8. What should you say in your brief before user testing?
Invite them in and thank them for their time.
Explain a little bit about what we’re going to do today.
“So I’m going to be putting you in front of a prototype for a website that businesses are working on. It’s a prototype, so some parts may not work very well and if you come across such parts, just work with what you can. If there’s something really not working, then I might step in.”
Reassure them that there are no implications from their honesty
“One thing I want to emphasise today is that we’re here to collect your honest feedback. I’m not the actually person who put this together as I’m not part of the design team. So, you don’t have to worry about upsetting anybody. We’re really here to hear your thoughts.”
Request for their brain to be on loudspeaker
“I’ll give you some tasks, you’ll go through them, and while you’re doing that, it would be great if you could put your brain on loudspeaker. What I mean by that is that if you could let me know what’s going through your mind as you’re going through these tasks, that would be great.”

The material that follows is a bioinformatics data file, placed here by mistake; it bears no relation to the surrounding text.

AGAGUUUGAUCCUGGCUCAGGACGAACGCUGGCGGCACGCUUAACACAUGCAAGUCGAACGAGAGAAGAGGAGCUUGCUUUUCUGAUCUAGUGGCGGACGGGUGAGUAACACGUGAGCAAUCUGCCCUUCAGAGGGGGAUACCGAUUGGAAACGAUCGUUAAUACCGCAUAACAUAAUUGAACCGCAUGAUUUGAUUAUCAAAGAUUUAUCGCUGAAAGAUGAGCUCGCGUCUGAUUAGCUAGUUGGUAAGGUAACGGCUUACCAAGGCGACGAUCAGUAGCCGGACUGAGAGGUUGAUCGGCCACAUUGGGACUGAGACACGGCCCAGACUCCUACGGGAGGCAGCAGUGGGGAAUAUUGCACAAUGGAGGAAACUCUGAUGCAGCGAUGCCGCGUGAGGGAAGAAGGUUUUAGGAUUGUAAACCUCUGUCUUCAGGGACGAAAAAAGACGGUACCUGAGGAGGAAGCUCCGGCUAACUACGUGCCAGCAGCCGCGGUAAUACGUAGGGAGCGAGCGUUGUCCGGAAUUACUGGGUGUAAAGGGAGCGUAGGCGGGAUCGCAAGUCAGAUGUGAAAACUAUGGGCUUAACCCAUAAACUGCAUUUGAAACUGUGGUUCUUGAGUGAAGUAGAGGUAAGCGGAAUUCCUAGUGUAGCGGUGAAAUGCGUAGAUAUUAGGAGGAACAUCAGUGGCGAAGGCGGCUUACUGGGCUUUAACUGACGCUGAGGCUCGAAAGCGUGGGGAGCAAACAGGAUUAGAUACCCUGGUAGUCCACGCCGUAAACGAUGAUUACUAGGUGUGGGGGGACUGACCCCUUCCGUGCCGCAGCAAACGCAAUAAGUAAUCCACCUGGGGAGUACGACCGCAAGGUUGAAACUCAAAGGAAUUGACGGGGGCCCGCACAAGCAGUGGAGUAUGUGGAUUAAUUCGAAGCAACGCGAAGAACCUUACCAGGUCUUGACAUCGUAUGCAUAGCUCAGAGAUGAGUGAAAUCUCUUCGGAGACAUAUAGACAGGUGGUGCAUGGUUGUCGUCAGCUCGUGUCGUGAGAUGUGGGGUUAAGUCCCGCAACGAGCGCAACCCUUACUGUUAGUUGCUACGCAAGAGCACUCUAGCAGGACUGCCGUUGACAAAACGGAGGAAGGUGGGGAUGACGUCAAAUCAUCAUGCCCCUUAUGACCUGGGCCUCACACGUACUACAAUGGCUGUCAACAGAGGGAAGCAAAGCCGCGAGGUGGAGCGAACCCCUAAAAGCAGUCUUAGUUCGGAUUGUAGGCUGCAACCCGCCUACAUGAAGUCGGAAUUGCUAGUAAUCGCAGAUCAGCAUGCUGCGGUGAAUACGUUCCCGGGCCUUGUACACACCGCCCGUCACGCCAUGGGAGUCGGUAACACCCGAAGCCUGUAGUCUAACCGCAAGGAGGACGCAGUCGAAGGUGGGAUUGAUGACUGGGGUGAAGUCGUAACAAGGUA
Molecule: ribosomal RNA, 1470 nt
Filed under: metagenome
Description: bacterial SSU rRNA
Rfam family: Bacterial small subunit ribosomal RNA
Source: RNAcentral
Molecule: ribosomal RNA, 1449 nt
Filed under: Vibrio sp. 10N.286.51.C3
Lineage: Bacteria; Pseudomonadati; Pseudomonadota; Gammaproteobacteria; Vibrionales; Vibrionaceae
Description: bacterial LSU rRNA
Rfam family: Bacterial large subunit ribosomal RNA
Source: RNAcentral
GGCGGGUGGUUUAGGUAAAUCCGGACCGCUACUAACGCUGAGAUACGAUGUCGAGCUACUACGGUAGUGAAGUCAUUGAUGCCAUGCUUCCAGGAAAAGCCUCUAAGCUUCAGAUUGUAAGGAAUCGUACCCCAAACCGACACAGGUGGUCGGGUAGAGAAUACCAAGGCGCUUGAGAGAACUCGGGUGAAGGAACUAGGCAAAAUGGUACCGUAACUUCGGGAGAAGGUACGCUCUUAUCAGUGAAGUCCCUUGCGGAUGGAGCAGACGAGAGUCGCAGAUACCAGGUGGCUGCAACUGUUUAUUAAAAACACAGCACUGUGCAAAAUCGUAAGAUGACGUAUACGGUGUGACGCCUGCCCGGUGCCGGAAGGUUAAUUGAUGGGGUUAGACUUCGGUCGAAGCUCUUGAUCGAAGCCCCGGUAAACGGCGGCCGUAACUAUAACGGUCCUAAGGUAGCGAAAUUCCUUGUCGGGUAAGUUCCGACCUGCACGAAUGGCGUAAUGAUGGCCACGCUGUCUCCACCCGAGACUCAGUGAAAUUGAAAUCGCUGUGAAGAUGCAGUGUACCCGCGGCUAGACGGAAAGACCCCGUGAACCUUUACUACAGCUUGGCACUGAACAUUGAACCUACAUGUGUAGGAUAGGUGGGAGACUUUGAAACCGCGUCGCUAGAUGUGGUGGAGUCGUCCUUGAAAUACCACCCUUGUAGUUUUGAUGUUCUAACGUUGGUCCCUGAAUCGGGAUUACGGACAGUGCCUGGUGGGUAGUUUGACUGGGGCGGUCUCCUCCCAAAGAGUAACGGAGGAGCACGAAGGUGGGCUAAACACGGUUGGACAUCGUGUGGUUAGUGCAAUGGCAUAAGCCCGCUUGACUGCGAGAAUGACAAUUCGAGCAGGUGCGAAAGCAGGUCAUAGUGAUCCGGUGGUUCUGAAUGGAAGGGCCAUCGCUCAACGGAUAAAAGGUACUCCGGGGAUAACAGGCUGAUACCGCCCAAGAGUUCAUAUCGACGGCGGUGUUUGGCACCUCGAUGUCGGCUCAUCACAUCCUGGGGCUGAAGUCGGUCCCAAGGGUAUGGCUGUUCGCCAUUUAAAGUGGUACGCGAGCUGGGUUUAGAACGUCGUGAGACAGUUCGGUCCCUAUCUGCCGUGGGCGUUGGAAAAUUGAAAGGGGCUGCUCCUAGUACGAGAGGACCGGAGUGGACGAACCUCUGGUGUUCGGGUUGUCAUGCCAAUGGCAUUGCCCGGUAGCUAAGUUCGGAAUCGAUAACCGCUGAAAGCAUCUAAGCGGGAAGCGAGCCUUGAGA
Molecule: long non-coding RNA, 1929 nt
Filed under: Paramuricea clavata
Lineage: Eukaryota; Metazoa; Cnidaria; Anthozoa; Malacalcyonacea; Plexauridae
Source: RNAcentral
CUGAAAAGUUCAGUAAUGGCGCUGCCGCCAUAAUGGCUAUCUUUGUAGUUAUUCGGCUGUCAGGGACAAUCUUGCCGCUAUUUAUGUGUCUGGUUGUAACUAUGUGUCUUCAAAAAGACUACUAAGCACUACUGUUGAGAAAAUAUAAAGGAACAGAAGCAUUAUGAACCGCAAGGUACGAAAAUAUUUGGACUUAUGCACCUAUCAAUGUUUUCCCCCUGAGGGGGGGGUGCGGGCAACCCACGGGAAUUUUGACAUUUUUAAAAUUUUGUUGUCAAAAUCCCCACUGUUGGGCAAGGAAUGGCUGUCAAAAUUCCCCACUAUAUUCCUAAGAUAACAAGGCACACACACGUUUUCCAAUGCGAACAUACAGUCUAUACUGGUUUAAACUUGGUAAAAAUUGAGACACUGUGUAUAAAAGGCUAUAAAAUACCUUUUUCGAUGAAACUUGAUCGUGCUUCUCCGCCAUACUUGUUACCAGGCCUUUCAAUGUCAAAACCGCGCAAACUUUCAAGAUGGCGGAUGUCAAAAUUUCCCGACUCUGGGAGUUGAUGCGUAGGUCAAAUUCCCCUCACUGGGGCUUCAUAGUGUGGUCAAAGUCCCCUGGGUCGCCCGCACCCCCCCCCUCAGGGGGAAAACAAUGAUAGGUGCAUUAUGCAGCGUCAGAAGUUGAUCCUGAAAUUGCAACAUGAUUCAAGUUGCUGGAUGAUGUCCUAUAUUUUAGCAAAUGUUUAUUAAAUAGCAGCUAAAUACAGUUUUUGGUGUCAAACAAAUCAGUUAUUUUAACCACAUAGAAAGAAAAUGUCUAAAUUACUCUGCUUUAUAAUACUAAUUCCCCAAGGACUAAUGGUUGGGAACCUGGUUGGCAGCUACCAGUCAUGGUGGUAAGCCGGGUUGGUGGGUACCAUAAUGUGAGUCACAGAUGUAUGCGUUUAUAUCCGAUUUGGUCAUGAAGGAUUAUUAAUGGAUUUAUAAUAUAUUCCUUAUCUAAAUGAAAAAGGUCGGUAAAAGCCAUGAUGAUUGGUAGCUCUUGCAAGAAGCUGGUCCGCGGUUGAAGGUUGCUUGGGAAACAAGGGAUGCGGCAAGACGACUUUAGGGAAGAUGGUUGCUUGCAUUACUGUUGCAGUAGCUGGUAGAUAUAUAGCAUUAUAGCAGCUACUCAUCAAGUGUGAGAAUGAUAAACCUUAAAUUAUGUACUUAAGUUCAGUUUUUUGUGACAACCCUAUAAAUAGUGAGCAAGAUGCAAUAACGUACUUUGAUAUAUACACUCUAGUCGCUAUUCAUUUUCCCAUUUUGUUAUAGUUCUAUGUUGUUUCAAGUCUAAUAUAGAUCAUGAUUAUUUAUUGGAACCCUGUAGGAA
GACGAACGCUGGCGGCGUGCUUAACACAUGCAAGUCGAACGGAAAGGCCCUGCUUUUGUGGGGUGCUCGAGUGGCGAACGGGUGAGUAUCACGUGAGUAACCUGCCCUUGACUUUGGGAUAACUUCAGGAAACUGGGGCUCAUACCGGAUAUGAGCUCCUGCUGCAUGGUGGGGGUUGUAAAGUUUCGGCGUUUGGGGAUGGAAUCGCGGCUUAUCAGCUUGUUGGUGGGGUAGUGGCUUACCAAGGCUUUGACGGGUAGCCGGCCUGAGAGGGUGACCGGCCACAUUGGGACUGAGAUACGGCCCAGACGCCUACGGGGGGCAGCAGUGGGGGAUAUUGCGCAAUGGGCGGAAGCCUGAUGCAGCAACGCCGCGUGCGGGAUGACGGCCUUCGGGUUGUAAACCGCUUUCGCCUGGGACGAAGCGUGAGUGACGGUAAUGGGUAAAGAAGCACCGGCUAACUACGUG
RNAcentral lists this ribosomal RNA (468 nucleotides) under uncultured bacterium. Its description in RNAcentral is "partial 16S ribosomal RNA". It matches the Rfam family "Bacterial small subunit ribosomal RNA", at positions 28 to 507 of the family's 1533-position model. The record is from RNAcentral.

Start the test!
“I might ask you some questions along the way. If you’re ready, let’s get started.”
Bonus – if you have time!
A practice test I like to do before the actual user test is have them go Google the Wikipedia page for Apple, the fruit not the company. They will start clicking and will usually be slightly awkward. Then I’ll ask what’s going on through their minds here.
Their responses are usually “I like the look of the Google logo today,” or “my results show Apple, the company and the fruit. I guess you want the fruit? I’ll click on that.” So, it’s like a warm-up before the test itself. You give them a little practice, you set them up, then you just gently encourage, obviously without leading them into a specific option.
If I don’t have time, I’ll make the first task of the actual user test a relatively simple one instead. One that is often not very consequential to the design but still part of the design. That’s another way to do the practice, to ease them into the user test. The same thing is done during user interviews as well – start with the easy questions. You start broad and then go deeper as the interview progresses.